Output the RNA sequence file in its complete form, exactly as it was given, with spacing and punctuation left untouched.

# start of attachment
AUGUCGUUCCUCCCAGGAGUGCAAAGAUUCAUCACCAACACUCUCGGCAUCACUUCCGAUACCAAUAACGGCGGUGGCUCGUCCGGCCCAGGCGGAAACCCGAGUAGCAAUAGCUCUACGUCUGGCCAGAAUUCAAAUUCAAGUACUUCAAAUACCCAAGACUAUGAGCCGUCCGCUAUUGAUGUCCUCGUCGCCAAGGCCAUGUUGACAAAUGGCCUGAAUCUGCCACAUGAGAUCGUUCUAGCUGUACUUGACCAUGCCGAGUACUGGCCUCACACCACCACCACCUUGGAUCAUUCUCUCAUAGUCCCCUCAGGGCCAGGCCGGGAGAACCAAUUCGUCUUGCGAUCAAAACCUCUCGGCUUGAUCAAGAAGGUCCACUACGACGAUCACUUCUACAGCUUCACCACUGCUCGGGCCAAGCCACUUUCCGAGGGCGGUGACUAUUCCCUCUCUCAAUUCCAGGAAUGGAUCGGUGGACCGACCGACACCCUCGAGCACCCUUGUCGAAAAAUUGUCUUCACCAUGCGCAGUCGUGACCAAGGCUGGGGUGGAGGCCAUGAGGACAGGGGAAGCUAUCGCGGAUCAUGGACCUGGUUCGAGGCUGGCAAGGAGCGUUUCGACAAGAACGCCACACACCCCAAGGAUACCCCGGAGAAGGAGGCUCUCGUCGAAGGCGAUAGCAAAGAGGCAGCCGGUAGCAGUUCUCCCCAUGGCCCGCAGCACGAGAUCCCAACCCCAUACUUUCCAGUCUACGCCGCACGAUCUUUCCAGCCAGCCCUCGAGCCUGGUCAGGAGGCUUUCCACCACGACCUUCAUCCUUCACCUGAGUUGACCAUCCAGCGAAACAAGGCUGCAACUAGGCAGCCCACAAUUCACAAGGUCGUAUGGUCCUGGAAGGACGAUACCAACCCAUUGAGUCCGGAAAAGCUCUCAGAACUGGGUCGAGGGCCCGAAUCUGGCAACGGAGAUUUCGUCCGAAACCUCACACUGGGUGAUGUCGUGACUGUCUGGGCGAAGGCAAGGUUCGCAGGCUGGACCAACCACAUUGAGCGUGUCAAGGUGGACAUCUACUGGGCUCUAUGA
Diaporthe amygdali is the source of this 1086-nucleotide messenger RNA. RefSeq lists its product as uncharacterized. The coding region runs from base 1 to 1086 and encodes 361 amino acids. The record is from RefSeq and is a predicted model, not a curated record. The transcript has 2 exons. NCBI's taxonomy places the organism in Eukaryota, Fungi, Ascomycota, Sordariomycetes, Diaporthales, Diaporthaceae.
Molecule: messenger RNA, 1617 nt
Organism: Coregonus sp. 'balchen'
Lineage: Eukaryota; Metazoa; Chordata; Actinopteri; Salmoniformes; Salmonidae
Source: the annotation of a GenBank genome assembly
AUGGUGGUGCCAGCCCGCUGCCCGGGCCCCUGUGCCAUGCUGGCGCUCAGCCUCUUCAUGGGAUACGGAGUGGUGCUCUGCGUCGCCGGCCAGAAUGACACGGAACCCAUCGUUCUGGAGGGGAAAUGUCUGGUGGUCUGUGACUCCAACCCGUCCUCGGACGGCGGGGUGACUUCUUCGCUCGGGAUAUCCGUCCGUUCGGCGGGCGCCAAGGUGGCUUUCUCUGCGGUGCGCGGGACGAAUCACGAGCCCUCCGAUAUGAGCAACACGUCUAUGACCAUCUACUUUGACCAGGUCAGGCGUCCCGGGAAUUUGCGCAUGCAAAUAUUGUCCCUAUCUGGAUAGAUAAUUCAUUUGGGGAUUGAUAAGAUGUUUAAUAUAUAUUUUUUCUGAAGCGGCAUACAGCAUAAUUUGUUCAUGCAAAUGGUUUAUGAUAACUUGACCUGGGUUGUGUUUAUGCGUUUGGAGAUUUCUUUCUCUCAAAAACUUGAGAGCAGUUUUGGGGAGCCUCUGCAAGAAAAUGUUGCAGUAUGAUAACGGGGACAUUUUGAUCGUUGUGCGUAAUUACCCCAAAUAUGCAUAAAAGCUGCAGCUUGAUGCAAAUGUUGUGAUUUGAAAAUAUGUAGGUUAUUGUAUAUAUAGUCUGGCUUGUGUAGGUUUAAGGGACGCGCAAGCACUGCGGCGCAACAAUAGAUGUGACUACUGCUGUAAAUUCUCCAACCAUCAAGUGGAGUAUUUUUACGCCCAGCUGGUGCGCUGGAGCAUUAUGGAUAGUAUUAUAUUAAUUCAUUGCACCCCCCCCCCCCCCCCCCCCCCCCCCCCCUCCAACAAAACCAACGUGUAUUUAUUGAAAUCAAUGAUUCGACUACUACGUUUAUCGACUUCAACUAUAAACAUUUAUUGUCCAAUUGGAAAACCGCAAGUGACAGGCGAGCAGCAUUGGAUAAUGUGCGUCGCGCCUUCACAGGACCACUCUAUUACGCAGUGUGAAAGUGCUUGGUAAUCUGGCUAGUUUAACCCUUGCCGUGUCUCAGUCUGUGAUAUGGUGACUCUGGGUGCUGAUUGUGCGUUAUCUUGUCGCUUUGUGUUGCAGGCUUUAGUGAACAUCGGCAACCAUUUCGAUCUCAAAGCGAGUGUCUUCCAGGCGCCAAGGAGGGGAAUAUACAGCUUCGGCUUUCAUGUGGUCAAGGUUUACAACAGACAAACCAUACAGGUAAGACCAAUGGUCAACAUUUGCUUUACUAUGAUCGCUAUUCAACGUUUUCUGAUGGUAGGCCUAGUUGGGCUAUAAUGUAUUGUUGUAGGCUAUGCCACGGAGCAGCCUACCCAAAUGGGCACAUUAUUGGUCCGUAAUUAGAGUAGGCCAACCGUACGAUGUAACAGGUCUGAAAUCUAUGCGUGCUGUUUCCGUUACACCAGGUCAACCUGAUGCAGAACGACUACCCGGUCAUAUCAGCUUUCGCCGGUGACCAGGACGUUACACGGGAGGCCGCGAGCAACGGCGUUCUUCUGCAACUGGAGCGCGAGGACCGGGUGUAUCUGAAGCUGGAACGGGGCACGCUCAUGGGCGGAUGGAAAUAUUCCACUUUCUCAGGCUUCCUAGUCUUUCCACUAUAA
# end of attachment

AUGUCGUUCCUCCCAGGAGUGCAAAGAUUCAUCACCAACACUCUCGGCAUCACUUCCGAUACCAAUAACGGCGGUGGCUCGUCCGGCCCAGGCGGAAACCCGAGUAGCAAUAGCUCUACGUCUGGCCAGAAUUCAAAUUCAAGUACUUCAAAUACCCAAGACUAUGAGCCGUCCGCUAUUGAUGUCCUCGUCGCCAAGGCCAUGUUGACAAAUGGCCUGAAUCUGCCACAUGAGAUCGUUCUAGCUGUACUUGACCAUGCCGAGUACUGGCCUCACACCACCACCACCUUGGAUCAUUCUCUCAUAGUCCCCUCAGGGCCAGGCCGGGAGAACCAAUUCGUCUUGCGAUCAAAACCUCUCGGCUUGAUCAAGAAGGUCCACUACGACGAUCACUUCUACAGCUUCACCACUGCUCGGGCCAAGCCACUUUCCGAGGGCGGUGACUAUUCCCUCUCUCAAUUCCAGGAAUGGAUCGGUGGACCGACCGACACCCUCGAGCACCCUUGUCGAAAAAUUGUCUUCACCAUGCGCAGUCGUGACCAAGGCUGGGGUGGAGGCCAUGAGGACAGGGGAAGCUAUCGCGGAUCAUGGACCUGGUUCGAGGCUGGCAAGGAGCGUUUCGACAAGAACGCCACACACCCCAAGGAUACCCCGGAGAAGGAGGCUCUCGUCGAAGGCGAUAGCAAAGAGGCAGCCGGUAGCAGUUCUCCCCAUGGCCCGCAGCACGAGAUCCCAACCCCAUACUUUCCAGUCUACGCCGCACGAUCUUUCCAGCCAGCCCUCGAGCCUGGUCAGGAGGCUUUCCACCACGACCUUCAUCCUUCACCUGAGUUGACCAUCCAGCGAAACAAGGCUGCAACUAGGCAGCCCACAAUUCACAAGGUCGUAUGGUCCUGGAAGGACGAUACCAACCCAUUGAGUCCGGAAAAGCUCUCAGAACUGGGUCGAGGGCCCGAAUCUGGCAACGGAGAUUUCGUCCGAAACCUCACACUGGGUGAUGUCGUGACUGUCUGGGCGAAGGCAAGGUUCGCAGGCUGGACCAACCACAUUGAGCGUGUCAAGGUGGACAUCUACUGGGCUCUAUGA
Diaporthe amygdali is the source of this 1086-nucleotide messenger RNA. RefSeq lists its product as uncharacterized. The coding region runs from base 1 to 1086 and encodes 361 amino acids. The record is from RefSeq and is a predicted model, not a curated record. The transcript has 2 exons. NCBI's taxonomy places the organism in Eukaryota, Fungi, Ascomycota, Sordariomycetes, Diaporthales, Diaporthaceae.
Molecule: messenger RNA, 1617 nt
Organism: Coregonus sp. 'balchen'
Lineage: Eukaryota; Metazoa; Chordata; Actinopteri; Salmoniformes; Salmonidae
Source: the annotation of a GenBank genome assembly
AUGGUGGUGCCAGCCCGCUGCCCGGGCCCCUGUGCCAUGCUGGCGCUCAGCCUCUUCAUGGGAUACGGAGUGGUGCUCUGCGUCGCCGGCCAGAAUGACACGGAACCCAUCGUUCUGGAGGGGAAAUGUCUGGUGGUCUGUGACUCCAACCCGUCCUCGGACGGCGGGGUGACUUCUUCGCUCGGGAUAUCCGUCCGUUCGGCGGGCGCCAAGGUGGCUUUCUCUGCGGUGCGCGGGACGAAUCACGAGCCCUCCGAUAUGAGCAACACGUCUAUGACCAUCUACUUUGACCAGGUCAGGCGUCCCGGGAAUUUGCGCAUGCAAAUAUUGUCCCUAUCUGGAUAGAUAAUUCAUUUGGGGAUUGAUAAGAUGUUUAAUAUAUAUUUUUUCUGAAGCGGCAUACAGCAUAAUUUGUUCAUGCAAAUGGUUUAUGAUAACUUGACCUGGGUUGUGUUUAUGCGUUUGGAGAUUUCUUUCUCUCAAAAACUUGAGAGCAGUUUUGGGGAGCCUCUGCAAGAAAAUGUUGCAGUAUGAUAACGGGGACAUUUUGAUCGUUGUGCGUAAUUACCCCAAAUAUGCAUAAAAGCUGCAGCUUGAUGCAAAUGUUGUGAUUUGAAAAUAUGUAGGUUAUUGUAUAUAUAGUCUGGCUUGUGUAGGUUUAAGGGACGCGCAAGCACUGCGGCGCAACAAUAGAUGUGACUACUGCUGUAAAUUCUCCAACCAUCAAGUGGAGUAUUUUUACGCCCAGCUGGUGCGCUGGAGCAUUAUGGAUAGUAUUAUAUUAAUUCAUUGCACCCCCCCCCCCCCCCCCCCCCCCCCCCCCUCCAACAAAACCAACGUGUAUUUAUUGAAAUCAAUGAUUCGACUACUACGUUUAUCGACUUCAACUAUAAACAUUUAUUGUCCAAUUGGAAAACCGCAAGUGACAGGCGAGCAGCAUUGGAUAAUGUGCGUCGCGCCUUCACAGGACCACUCUAUUACGCAGUGUGAAAGUGCUUGGUAAUCUGGCUAGUUUAACCCUUGCCGUGUCUCAGUCUGUGAUAUGGUGACUCUGGGUGCUGAUUGUGCGUUAUCUUGUCGCUUUGUGUUGCAGGCUUUAGUGAACAUCGGCAACCAUUUCGAUCUCAAAGCGAGUGUCUUCCAGGCGCCAAGGAGGGGAAUAUACAGCUUCGGCUUUCAUGUGGUCAAGGUUUACAACAGACAAACCAUACAGGUAAGACCAAUGGUCAACAUUUGCUUUACUAUGAUCGCUAUUCAACGUUUUCUGAUGGUAGGCCUAGUUGGGCUAUAAUGUAUUGUUGUAGGCUAUGCCACGGAGCAGCCUACCCAAAUGGGCACAUUAUUGGUCCGUAAUUAGAGUAGGCCAACCGUACGAUGUAACAGGUCUGAAAUCUAUGCGUGCUGUUUCCGUUACACCAGGUCAACCUGAUGCAGAACGACUACCCGGUCAUAUCAGCUUUCGCCGGUGACCAGGACGUUACACGGGAGGCCGCGAGCAACGGCGUUCUUCUGCAACUGGAGCGCGAGGACCGGGUGUAUCUGAAGCUGGAACGGGGCACGCUCAUGGGCGGAUGGAAAUAUUCCACUUUCUCAGGCUUCCUAGUCUUUCCACUAUAA